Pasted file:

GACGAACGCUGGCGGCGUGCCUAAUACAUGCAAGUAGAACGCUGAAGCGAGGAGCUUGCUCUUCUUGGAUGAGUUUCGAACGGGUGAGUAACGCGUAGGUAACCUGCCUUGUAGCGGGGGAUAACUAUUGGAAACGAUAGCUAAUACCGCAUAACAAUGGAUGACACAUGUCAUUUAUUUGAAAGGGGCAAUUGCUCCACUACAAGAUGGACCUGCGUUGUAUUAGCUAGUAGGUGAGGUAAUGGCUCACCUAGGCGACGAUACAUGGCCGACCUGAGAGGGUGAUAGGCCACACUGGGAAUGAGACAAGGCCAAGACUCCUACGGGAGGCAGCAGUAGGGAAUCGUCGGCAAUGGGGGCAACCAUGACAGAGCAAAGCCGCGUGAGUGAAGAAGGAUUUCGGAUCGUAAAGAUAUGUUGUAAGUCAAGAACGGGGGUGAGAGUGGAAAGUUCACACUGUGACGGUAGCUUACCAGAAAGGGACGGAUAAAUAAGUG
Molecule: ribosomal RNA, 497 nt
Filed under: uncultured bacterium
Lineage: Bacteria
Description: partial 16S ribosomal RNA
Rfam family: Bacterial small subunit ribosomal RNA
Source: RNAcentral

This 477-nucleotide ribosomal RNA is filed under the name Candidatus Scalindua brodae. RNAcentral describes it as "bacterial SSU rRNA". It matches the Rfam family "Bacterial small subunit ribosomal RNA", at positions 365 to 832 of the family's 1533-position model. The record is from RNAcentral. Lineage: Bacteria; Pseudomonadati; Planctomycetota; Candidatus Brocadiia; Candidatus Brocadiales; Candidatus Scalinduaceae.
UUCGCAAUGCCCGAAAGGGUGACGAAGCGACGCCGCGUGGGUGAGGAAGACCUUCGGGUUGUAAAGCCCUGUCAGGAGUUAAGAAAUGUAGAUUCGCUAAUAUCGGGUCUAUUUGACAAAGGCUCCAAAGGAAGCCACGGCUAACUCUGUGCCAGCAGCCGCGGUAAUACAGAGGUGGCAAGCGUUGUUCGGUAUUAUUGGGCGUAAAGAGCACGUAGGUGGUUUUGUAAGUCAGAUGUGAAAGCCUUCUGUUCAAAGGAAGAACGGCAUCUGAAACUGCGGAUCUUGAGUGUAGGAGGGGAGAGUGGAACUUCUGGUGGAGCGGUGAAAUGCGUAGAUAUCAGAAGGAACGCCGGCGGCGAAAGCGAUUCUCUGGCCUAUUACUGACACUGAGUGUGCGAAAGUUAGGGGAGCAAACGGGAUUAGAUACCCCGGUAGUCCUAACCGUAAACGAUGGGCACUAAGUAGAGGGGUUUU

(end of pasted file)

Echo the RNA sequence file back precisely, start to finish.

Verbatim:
GACGAACGCUGGCGGCGUGCCUAAUACAUGCAAGUAGAACGCUGAAGCGAGGAGCUUGCUCUUCUUGGAUGAGUUUCGAACGGGUGAGUAACGCGUAGGUAACCUGCCUUGUAGCGGGGGAUAACUAUUGGAAACGAUAGCUAAUACCGCAUAACAAUGGAUGACACAUGUCAUUUAUUUGAAAGGGGCAAUUGCUCCACUACAAGAUGGACCUGCGUUGUAUUAGCUAGUAGGUGAGGUAAUGGCUCACCUAGGCGACGAUACAUGGCCGACCUGAGAGGGUGAUAGGCCACACUGGGAAUGAGACAAGGCCAAGACUCCUACGGGAGGCAGCAGUAGGGAAUCGUCGGCAAUGGGGGCAACCAUGACAGAGCAAAGCCGCGUGAGUGAAGAAGGAUUUCGGAUCGUAAAGAUAUGUUGUAAGUCAAGAACGGGGGUGAGAGUGGAAAGUUCACACUGUGACGGUAGCUUACCAGAAAGGGACGGAUAAAUAAGUG
Molecule: ribosomal RNA, 497 nt
Filed under: uncultured bacterium
Lineage: Bacteria
Description: partial 16S ribosomal RNA
Rfam family: Bacterial small subunit ribosomal RNA
Source: RNAcentral

This 477-nucleotide ribosomal RNA is filed under the name Candidatus Scalindua brodae. RNAcentral describes it as "bacterial SSU rRNA". It matches the Rfam family "Bacterial small subunit ribosomal RNA", at positions 365 to 832 of the family's 1533-position model. The record is from RNAcentral. Lineage: Bacteria; Pseudomonadati; Planctomycetota; Candidatus Brocadiia; Candidatus Brocadiales; Candidatus Scalinduaceae.
UUCGCAAUGCCCGAAAGGGUGACGAAGCGACGCCGCGUGGGUGAGGAAGACCUUCGGGUUGUAAAGCCCUGUCAGGAGUUAAGAAAUGUAGAUUCGCUAAUAUCGGGUCUAUUUGACAAAGGCUCCAAAGGAAGCCACGGCUAACUCUGUGCCAGCAGCCGCGGUAAUACAGAGGUGGCAAGCGUUGUUCGGUAUUAUUGGGCGUAAAGAGCACGUAGGUGGUUUUGUAAGUCAGAUGUGAAAGCCUUCUGUUCAAAGGAAGAACGGCAUCUGAAACUGCGGAUCUUGAGUGUAGGAGGGGAGAGUGGAACUUCUGGUGGAGCGGUGAAAUGCGUAGAUAUCAGAAGGAACGCCGGCGGCGAAAGCGAUUCUCUGGCCUAUUACUGACACUGAGUGUGCGAAAGUUAGGGGAGCAAACGGGAUUAGAUACCCCGGUAGUCCUAACCGUAAACGAUGGGCACUAAGUAGAGGGGUUUU